Monday, July 21, 2014

Writing 101: Guilds, Groups and Other People

As an author, you need support. You need honest feedback. You may even need help figuring out certain writing techniques and double-checking your ideas. It's attractive to start joining guilds and groups, and plenty of writers advocate that. But when you mix with other people, you're always going to wind up with a mixed bag. Joining groups and getting involved has a good side...but plenty of writers will tell you about that. I'm going to flip the coin, and talk about the dark side of sharing your writing with other people before you've finished with it.

Team Players

I have often mentioned my childhood fantasy of being a writer. I would be sitting in a quiet room -- maybe in an attic, somewhere, or some book-lined room -- all alone just typing away. That, to me, is truly living the dream. Why? Because writing is solitary. You do it alone. To me, the idea of joining up with other writers has always seemed...damned counter-productive, to put it mildly.

But even I can see the merits in it. Writer groups can be helpful if you've got questions or want to test your ideas. Joining a group can help you find beta readers and review buddies and, I guess, lifelong friends. 

When it all goes perfectly, of course. But when you're on the Internet and you're dealing with other writers and they're creative types who may be just hovering on the brink of a total exhaustive breakdown because they've been typing for three days straight...well, things can get ugly pretty quickly. And this isn't even the worst of the reasons why you may want to stay away from guilds, groups and other people when it comes to your writing ideas, questions and heartache. 

  • Creativity: If you start bouncing your ideas off random people online to see what they think, you're stifling your own creativity. Why would you do that? You owe it to yourself to see how your own ideas work out, and try writing them down, before you seek the approval of others. If I told you I'm writing a story about a midget who goes on a long hike you might say it sounds boring, but Lord of the Rings is based on this very premise.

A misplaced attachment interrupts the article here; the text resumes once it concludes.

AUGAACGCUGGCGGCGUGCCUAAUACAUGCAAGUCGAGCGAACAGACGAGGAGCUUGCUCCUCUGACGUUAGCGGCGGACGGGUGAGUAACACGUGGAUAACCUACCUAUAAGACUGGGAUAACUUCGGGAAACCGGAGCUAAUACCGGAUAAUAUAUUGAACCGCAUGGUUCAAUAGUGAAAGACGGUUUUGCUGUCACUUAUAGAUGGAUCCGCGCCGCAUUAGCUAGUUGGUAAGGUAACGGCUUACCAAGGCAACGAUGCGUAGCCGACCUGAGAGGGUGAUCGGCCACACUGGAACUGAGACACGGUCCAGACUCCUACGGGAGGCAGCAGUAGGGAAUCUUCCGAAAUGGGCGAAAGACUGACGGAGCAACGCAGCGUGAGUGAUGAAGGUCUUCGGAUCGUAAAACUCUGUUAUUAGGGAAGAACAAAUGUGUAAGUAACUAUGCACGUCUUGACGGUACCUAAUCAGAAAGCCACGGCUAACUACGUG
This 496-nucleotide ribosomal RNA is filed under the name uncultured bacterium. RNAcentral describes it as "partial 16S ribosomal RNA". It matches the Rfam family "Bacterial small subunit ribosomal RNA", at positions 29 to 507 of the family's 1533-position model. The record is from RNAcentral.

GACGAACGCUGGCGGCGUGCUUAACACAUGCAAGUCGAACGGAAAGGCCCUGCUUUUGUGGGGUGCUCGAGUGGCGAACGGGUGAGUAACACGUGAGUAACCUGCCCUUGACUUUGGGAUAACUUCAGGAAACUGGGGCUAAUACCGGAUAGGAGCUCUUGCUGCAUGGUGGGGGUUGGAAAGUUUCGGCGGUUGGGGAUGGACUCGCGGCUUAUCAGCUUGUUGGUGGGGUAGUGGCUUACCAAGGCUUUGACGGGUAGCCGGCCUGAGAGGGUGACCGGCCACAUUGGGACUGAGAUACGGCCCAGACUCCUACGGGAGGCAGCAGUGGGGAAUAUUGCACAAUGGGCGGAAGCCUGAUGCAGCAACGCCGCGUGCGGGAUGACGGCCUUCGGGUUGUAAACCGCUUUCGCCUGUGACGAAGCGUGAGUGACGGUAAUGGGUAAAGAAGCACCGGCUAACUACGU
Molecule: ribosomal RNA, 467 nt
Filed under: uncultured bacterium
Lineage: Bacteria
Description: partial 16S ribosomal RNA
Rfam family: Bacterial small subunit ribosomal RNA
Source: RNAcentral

• Dues: Thinking of joining a writing guild or group? Read all the fine print. Some groups, and guilds in particular, may require you to pay dues or perform some other task to maintain your membership. It's not always a great idea to pick up a bunch of commitments. Remember, you need time to write and your money is probably pretty precious.
  • Devotion: Speaking of time, when are you going to use it to write? Popular writing groups and forums stay pretty darn active, and you can drive yourself crazy trying to keep up and maintain a normal life, too. I know, because I've done it.
  • And Then There's Google: If you've got writing questions, you can always find the answer on your own with no one's help. As an author of books, you need to know how to research -- and you need to know how to research anything. Start by answering your own questions. If you've got to get help from others when it comes to writing, Heaven help you when you need to know about the migratory habits of birds during fall in Vermont. Don't tell me you won't need to know that -- you'd be surprised what crops up when you're crafting a novel. 

Guilds, groups and other people certainly have their uses. But sharing early ideas with them, asking a bunch of questions of them and wasting your time in arguments with them are not among those uses. It can be a huge distraction and keep you from doing what you need to do. Learn how to use them well, avoid all the junk, and maybe you can get something out of your efforts.

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